Soon, as you stop the pressure and back off he will give you both eyes. Stand sideways to him and he will likely approach you. Give him time to do so. I'm sure you have heard that a horse learns upon the release, so when you stop driving him, and back off and he gives you both eyes, make sure you give him some time to learn that upon the release of pressure he gets relief.  

Then I go to a halter and lead rope, usually a 14 foot lead and sometimes longer. Then I drive him around using pressure of the lead to get him to yield his hind end and face up with me. When he is showing signs of accepting, such as licking, chewing, eyes and ears on me, dropping his head, and generally body posture, I may pickup the slack in the lead rope and draw him to me. If he comes, I'll give him a break and pet on him. 

When he is good at this, I'll get him more used to giving to the pressure on the lead laterally by standing just outside his front feet, one hand on the withers and the other making the lead rope taunt until he give laterally, as soon as he tries to give, I'll release the tension, give him a few seconds to understand (this pause is necessary for them to learn) then ask again. Do it on both sides.  I'll ask him to give laterally and dis-engage his hind end as well, by bending his head again and using the stirrup to put alittle pressure on his barrel.  Again, just as soon as he makes an effort, release that pressure and begin anew. 

I'll pickup the lead to his front and ask him to move forward past me, then disengage his hind end and ask him to lead back past me in the opposite direction.  Some people will take a step towards his hind end to get him to disengage.  I don't generally do this unless the horse needs it in the beginning.  I prefer to use the lead rope to tip his head towards me when he goes past then use the lead rope to direct him in the opposite direction.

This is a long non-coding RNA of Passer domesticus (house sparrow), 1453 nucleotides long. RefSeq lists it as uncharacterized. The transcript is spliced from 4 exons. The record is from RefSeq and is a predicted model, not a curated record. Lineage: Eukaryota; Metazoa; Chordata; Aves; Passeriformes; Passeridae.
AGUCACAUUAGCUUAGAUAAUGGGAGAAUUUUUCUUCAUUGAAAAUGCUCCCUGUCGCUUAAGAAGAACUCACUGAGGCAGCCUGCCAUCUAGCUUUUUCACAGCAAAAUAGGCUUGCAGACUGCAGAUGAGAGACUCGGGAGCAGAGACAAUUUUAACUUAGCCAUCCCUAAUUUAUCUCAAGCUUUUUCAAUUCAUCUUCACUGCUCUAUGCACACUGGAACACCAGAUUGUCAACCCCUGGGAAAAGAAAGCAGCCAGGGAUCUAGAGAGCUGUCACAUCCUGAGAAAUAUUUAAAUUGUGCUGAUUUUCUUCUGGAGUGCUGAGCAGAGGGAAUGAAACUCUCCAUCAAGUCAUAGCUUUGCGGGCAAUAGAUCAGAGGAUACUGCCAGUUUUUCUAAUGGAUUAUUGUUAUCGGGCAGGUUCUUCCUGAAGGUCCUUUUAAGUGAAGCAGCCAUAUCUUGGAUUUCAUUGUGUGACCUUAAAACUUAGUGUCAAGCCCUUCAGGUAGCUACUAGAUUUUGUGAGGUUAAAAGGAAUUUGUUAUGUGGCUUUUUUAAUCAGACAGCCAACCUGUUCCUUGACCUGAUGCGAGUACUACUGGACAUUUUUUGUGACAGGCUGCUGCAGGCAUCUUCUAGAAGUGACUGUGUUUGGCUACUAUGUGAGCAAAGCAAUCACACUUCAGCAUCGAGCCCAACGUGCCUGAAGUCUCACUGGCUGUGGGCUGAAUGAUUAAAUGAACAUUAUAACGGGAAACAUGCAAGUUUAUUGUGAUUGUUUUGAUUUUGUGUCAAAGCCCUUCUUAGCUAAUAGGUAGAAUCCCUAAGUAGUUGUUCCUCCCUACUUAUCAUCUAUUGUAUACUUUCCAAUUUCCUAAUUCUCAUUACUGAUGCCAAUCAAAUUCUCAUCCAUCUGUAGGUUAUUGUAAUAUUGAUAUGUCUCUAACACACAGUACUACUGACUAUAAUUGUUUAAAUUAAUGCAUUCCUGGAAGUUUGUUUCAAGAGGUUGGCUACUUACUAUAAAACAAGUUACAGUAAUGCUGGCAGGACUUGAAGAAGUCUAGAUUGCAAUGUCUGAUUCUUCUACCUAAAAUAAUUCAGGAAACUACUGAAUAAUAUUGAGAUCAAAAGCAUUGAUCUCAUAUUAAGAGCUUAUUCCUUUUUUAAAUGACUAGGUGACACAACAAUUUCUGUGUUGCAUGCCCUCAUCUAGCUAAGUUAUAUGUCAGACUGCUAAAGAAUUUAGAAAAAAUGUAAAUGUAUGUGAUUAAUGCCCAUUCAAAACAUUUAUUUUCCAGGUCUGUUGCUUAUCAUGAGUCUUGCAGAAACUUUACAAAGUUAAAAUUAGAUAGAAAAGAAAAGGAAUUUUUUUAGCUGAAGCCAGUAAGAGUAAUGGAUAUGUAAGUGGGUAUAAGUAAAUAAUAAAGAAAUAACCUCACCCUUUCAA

When he is good at this, I'll do this again having him go between me and the fence. Then I can sit on the fence (like in the picture at right) and do the same drill. This has the added benefit of getting the horse used to seeing you above him. 

The commonality in everything that I am doing is that I am moving his feet and he gets a release when he does the right thing.

Back on the ground I'll sack the horse out by flipping the end of the lead rope over his back, around his legs, around his butt and his hocks. I'll flip the lead over his back and catch it under his barrel and put some pressure on him like where a cinch would go. I'll tighten it up and release, then tighten it up again for just a bit longer than release.

I usually loop the rope around a front foot and lead him forward by putting pressure (making the lead taunt) until he picks up his foot and I guide it forward releasing all pressure when the foot begins to move forward suspended in the air.

The common mistake people make is that when he doing something like flicking a rope over his back or around his hocks, if the horses has problems with it, like moving off or siding away from the handler, the mistake is that the handler will stop doing it, in effect teaching the horse that he can move to avoid the stimulus.  I suggest keeping at it until the horse shows signs of acceptance and stops moving his feet.